SARS Coronavirus is an enveloped virus containing three outer structural proteins, namely the membrane (M), envelope (E), and spike (S) proteins. Spike (S)-glycoprotein of the virus interacts with a cellular receptor and mediates membrane fusion to allow viral entry into susceptible target cells. Accordingly, S-protein plays an important role in virus infection cycle and is the primary target of neutralizing antibodies. It has recently been shown that SARS is caused by a human coronavirus. Human coronaviruses are the major cause of upper respiratory tract illness in humans, such as the common cold. Coronaviruses are positive-stranded RNA viruses, featuring the largest viral RNA genomes known to date (27-31 kb). The first step in coronavirus infection is binding of the viral spike protein, a 139 kDa protein, to certain receptors on host cells. The spike protein is the main surface antigen of the coronavirus. The most prominent protein in the culture supernatants infected with SARS virus is a 46 kDa nucleocapsid protein. This suggests that the nucleocapsid protein is a major immunogen that may be useful for early diagnostics.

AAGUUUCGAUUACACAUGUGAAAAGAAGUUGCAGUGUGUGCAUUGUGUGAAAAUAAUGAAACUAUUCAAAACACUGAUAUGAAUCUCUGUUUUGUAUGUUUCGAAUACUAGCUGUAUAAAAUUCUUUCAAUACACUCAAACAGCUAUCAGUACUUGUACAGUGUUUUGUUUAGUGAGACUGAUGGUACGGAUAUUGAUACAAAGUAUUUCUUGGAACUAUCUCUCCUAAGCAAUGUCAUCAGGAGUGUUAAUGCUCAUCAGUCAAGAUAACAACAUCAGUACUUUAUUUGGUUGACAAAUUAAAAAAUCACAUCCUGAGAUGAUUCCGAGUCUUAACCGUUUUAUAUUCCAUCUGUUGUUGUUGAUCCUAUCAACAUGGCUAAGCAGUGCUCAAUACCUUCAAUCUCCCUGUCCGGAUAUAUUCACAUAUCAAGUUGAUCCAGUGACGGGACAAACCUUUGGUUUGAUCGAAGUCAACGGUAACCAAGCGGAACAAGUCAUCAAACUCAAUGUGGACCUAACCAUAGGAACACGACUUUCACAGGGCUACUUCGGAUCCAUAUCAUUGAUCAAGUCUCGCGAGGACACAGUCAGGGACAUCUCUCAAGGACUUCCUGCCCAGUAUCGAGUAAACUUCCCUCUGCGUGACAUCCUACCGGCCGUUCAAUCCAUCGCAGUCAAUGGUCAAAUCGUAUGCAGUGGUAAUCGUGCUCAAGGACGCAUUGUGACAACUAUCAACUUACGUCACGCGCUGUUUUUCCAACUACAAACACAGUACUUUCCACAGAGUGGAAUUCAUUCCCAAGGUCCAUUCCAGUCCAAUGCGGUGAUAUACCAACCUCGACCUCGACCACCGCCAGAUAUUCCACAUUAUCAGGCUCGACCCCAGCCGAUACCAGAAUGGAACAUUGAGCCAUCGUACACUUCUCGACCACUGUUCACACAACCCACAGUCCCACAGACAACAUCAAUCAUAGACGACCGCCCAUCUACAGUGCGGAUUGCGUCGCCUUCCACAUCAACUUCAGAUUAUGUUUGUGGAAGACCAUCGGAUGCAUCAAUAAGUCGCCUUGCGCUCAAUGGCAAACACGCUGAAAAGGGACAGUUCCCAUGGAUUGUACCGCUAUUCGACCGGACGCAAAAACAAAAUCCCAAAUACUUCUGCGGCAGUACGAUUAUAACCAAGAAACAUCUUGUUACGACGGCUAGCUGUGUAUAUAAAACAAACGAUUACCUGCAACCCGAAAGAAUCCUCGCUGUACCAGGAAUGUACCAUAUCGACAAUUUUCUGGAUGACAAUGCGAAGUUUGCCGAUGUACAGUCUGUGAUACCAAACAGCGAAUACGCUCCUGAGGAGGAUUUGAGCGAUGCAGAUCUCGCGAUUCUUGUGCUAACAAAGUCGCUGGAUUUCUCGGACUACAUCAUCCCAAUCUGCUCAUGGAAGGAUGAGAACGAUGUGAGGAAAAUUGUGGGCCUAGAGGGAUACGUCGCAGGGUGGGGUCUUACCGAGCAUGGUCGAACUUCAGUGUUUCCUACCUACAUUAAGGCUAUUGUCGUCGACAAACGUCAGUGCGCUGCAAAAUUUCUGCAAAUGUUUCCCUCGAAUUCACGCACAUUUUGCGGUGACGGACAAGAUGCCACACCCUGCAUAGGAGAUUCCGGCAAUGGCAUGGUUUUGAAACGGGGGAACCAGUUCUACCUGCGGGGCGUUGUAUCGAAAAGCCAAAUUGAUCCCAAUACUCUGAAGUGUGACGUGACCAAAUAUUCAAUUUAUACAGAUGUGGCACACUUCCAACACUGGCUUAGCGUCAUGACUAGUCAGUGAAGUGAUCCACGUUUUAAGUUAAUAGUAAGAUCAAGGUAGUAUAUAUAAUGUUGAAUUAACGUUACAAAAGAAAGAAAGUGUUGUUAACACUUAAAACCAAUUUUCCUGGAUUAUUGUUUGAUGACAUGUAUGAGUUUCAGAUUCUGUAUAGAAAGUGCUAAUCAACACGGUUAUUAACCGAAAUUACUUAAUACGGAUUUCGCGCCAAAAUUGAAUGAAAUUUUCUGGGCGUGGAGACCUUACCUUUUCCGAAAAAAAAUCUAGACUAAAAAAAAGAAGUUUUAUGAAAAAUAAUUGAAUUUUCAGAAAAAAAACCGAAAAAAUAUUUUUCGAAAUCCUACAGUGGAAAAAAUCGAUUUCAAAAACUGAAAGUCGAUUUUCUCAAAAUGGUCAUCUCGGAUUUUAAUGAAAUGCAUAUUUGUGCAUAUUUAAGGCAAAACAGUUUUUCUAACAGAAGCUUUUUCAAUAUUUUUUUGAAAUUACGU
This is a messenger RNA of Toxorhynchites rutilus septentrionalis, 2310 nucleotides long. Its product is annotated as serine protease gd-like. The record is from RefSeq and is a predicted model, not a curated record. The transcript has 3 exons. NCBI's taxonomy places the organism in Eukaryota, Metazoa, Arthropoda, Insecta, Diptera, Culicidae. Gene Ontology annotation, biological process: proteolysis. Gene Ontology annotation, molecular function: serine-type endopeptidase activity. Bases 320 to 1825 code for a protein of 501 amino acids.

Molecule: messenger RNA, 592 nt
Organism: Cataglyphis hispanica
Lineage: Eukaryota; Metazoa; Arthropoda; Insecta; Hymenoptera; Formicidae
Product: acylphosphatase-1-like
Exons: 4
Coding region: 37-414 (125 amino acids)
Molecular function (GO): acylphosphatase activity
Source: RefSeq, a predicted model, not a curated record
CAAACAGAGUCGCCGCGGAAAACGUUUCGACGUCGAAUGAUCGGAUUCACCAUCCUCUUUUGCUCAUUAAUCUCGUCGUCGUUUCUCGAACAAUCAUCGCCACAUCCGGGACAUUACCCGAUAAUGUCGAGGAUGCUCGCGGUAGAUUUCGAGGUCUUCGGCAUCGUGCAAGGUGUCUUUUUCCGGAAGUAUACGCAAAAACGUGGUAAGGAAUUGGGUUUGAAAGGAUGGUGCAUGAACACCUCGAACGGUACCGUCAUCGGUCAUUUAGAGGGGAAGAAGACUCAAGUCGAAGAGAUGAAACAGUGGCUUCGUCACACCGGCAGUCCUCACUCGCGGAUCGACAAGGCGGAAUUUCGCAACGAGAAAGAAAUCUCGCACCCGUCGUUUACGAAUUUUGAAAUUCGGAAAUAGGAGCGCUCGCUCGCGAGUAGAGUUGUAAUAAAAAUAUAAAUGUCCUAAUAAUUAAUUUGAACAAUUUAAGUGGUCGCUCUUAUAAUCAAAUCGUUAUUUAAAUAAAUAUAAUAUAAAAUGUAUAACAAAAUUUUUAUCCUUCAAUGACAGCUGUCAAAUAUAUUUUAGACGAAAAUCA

The antibody was developed by immunizing mice with full-length recombinant SARS nucleocapsid protein.
100 ug in 200 ul PBS containing 0.05% sodium azide.
This monoclonal antibody can be used for detection of SARS Nucleocapsid protein in western blot analysis at 0.5-2 ug/ml. The antibody was tested on a cell line transfected with full-length SARS Nucleocapsid cDNA with a predicted Mw 46 kDa.
Store at 4℃, stable for 6 months. For long-term storage, store at -20℃. Western blot analysis of SARS Nucleocapsid in (A) transfected and (B) untransfected mouse melanoma cell lysate using IMG-654 at 0.5 ug/ml.